Moving Us Closer To Osler
A Miller Coulson Academy of Clinical Excellence Initiative

Takeaways From “The Making of a Surgeon”


Reading this book while I was in training inspired me to pursue a surgical career. Rereading it years later, I’m reminded of the importance of treating all patients with dignity.  

In his 1970 bestseller, “The Making of a Surgeon,” Dr. William Nolen shares a captivating account of his training at New York City’s famed Bellevue Hospital. Reading it helped solidify my own interest in becoming a surgeon. I was fascinated by the clinical details of the patients and the technical aspects of the procedures. Nolen’s description of the pace and character of Bellevue, an urban teaching hospital, sounded similar to that of Charity Hospital of New Orleans where I did my medical student surgery rotations. I loved my experience there and the book made me appreciate it even more. 


Nolen described anxious moments when, under supervision, he struggled through his first surgery. It was reassuring that it was ok to be uneasy during training and that there was a learning process of “watch one, do one, teach one.” 


One line stood out to me. A professor said he didn’t care if an intern got straight A’s in med school, but that he wanted someone who would get out of bed at night to see a patient. As someone with a less than perfect academic record, I believed I could make up for my grades by working hard on the wards.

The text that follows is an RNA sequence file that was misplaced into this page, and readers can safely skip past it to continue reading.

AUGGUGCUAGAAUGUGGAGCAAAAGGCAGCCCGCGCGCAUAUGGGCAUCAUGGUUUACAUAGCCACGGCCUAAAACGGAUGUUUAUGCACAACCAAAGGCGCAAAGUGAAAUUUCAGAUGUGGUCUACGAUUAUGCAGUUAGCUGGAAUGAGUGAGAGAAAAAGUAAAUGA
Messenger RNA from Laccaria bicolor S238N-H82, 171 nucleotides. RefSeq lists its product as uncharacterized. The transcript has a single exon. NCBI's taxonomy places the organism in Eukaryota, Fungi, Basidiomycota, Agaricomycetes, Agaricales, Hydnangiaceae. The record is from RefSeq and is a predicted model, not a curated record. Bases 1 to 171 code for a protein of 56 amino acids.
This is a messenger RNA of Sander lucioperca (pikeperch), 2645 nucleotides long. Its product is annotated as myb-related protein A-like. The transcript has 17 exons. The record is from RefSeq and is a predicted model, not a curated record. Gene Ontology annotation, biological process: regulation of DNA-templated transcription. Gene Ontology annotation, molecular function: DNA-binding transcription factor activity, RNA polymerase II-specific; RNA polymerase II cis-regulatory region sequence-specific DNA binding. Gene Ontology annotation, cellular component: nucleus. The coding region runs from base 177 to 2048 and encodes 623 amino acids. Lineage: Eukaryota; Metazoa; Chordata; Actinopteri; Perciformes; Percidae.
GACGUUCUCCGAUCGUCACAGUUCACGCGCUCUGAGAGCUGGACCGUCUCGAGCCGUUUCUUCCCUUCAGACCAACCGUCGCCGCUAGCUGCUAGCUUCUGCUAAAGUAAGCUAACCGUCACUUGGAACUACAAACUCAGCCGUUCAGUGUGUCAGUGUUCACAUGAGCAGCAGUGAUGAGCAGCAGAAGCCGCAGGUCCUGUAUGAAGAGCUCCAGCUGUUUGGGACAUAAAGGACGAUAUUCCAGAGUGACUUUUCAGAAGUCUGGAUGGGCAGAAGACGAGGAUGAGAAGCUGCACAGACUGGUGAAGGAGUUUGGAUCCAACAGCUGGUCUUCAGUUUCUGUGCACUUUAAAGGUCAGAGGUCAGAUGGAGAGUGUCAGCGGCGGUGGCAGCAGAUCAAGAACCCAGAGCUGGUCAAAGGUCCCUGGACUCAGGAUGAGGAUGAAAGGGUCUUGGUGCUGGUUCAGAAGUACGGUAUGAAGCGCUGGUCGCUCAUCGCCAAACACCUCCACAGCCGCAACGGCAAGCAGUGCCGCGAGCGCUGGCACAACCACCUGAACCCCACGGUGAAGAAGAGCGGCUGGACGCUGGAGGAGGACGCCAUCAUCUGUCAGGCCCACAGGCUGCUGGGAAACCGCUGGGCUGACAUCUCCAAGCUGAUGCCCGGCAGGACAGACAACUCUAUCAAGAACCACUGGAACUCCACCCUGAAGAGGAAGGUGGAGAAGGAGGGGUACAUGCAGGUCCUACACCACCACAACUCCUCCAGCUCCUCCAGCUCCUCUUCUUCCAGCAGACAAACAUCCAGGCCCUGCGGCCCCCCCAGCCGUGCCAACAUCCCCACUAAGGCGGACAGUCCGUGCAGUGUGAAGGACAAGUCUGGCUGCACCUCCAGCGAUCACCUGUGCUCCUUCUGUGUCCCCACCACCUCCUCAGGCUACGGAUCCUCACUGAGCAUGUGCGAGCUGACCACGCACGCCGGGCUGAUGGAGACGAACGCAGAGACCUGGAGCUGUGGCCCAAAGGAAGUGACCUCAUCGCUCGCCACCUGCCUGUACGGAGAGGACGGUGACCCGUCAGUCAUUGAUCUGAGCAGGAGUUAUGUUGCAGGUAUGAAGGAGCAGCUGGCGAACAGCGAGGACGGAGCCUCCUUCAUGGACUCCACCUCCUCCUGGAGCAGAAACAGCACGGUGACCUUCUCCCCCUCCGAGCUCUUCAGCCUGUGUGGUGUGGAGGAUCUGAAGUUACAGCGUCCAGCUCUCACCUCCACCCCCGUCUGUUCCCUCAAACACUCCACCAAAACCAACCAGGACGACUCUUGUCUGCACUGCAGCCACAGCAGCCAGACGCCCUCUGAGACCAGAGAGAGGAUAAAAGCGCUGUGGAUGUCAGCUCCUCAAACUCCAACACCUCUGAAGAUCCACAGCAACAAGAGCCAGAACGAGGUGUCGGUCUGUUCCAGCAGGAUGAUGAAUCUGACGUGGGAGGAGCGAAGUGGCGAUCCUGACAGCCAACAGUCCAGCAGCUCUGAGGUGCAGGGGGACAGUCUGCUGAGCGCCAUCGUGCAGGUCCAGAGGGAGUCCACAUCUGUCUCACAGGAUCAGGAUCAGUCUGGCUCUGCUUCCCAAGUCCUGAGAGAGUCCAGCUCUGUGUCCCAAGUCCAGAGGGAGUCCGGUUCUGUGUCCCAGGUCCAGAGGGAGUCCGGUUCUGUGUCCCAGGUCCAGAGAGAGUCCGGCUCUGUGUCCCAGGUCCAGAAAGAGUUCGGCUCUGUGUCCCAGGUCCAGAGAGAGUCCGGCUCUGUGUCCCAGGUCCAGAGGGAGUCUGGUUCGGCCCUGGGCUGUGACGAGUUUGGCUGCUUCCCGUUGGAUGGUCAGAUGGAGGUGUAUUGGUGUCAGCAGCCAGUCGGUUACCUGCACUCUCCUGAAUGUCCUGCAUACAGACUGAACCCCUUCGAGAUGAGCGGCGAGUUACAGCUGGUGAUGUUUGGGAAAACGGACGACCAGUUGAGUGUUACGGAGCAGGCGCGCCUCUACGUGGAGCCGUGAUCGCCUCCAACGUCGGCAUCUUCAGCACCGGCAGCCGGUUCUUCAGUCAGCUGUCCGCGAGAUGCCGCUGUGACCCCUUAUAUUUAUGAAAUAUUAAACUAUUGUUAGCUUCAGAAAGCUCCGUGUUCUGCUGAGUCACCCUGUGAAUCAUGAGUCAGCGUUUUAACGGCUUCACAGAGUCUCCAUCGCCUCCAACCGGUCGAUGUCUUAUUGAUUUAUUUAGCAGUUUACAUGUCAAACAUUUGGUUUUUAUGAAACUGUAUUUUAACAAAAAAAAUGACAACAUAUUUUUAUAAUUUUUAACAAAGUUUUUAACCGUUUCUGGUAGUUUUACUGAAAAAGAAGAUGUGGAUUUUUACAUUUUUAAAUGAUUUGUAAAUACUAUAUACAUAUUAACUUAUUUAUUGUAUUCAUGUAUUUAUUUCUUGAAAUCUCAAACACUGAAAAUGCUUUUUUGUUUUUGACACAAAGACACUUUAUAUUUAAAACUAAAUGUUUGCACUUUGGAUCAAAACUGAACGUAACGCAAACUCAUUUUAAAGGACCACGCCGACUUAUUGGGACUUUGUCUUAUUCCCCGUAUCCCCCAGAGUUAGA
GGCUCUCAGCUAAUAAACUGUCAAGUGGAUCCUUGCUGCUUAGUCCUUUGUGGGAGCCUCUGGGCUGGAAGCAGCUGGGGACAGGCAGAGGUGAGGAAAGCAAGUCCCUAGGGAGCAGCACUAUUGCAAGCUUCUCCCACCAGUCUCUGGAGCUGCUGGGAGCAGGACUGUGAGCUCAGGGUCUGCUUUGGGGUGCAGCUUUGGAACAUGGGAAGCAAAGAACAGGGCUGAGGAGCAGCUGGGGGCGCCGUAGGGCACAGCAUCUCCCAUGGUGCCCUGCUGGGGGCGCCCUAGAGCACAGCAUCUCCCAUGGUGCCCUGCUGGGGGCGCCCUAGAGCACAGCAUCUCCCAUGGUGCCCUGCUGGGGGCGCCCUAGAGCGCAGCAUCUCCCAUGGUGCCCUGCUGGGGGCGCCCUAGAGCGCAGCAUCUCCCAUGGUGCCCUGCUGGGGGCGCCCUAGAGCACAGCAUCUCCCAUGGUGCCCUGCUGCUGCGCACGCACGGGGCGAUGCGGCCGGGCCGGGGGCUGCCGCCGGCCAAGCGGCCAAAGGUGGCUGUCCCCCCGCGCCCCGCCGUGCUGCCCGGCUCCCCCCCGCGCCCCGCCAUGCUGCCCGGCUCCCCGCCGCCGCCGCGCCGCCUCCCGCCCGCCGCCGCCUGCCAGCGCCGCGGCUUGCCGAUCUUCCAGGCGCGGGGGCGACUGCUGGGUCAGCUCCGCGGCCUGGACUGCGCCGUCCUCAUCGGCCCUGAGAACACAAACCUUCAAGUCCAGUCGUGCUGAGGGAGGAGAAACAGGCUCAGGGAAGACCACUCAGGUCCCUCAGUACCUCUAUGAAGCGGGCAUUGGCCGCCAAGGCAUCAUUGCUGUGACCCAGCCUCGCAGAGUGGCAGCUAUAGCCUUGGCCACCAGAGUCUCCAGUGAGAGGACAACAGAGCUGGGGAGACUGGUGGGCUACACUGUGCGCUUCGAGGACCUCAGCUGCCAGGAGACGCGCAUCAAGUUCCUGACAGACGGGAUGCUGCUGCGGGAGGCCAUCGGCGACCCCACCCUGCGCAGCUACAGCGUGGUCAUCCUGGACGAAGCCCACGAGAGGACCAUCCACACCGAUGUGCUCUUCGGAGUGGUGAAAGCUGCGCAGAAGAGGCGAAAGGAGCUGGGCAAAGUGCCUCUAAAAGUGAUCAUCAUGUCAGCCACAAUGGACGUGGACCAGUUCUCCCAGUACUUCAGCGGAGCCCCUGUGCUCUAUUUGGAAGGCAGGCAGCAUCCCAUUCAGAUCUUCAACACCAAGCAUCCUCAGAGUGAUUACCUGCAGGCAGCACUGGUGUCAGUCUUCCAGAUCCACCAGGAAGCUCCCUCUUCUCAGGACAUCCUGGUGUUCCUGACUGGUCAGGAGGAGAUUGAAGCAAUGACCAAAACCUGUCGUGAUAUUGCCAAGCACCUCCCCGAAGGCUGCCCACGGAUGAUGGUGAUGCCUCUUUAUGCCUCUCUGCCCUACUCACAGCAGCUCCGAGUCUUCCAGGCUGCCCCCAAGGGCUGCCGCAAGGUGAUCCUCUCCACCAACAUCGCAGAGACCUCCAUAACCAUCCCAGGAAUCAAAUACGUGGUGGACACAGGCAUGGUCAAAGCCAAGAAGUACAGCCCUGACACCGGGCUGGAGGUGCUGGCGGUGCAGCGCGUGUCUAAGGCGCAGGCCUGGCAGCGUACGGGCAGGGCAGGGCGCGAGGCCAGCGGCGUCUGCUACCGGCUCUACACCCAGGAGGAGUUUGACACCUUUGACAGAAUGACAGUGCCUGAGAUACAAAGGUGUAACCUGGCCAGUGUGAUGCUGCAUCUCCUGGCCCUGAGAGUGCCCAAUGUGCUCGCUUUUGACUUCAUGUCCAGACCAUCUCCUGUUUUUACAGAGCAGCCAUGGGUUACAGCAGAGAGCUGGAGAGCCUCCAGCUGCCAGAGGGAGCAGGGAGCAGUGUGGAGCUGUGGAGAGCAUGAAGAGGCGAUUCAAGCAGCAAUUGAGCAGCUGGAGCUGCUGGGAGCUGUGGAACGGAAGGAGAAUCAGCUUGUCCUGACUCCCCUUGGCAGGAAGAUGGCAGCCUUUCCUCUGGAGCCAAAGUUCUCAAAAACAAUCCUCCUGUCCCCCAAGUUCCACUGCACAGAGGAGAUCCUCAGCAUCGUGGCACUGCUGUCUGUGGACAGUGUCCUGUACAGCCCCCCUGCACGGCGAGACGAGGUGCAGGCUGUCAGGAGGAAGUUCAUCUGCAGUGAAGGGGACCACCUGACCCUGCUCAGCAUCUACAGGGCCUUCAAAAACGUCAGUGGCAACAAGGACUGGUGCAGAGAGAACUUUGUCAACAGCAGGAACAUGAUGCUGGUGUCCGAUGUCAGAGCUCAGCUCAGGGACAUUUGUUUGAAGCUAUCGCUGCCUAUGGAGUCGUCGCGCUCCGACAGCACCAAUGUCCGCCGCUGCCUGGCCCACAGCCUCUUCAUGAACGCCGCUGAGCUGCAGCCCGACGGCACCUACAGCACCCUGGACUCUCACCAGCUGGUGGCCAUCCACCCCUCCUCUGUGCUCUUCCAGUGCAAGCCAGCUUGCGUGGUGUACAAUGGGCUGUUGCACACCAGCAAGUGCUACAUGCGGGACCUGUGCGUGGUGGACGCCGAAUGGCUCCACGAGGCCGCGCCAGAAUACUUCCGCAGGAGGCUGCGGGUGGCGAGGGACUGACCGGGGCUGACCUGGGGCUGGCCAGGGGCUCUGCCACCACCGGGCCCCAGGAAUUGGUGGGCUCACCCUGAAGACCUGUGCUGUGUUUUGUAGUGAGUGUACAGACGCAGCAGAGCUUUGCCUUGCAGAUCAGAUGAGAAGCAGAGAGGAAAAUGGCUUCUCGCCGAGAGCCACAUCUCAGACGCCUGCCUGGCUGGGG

Nolen trained at Bellevue in the 1950s. While reviewing his book this summer, I took note of lessons that have relevance today, such as the need for diversity. All surgeons at the time were men. While the profession is more diverse now, more progress is required, especially in my field of orthopedic surgery. 


“The Making of a Surgeon” also provides examples of the timeless need to treat all patients with dignity. In one instance, a fatigued Dr. Nolen insulted a destitute man with frostbite and blamed him for it. The patient berated the doctor for his judgmental attitude and began to walk out. Nolen realized he’d been looking at the man as a bum instead of a human being who needed compassion. He swallowed his pride, apologized, and was able to repair the relationship, give care, and gain an appreciation for the man’s social challenges. 


William Nolen passed away in 1986 at the age of 58. His book is his legacy, with reflections that are still pertinent to those learning the art of surgery today. 







This piece expresses the views solely of the author. It does not necessarily represent the views of any organization, including Johns Hopkins Medicine.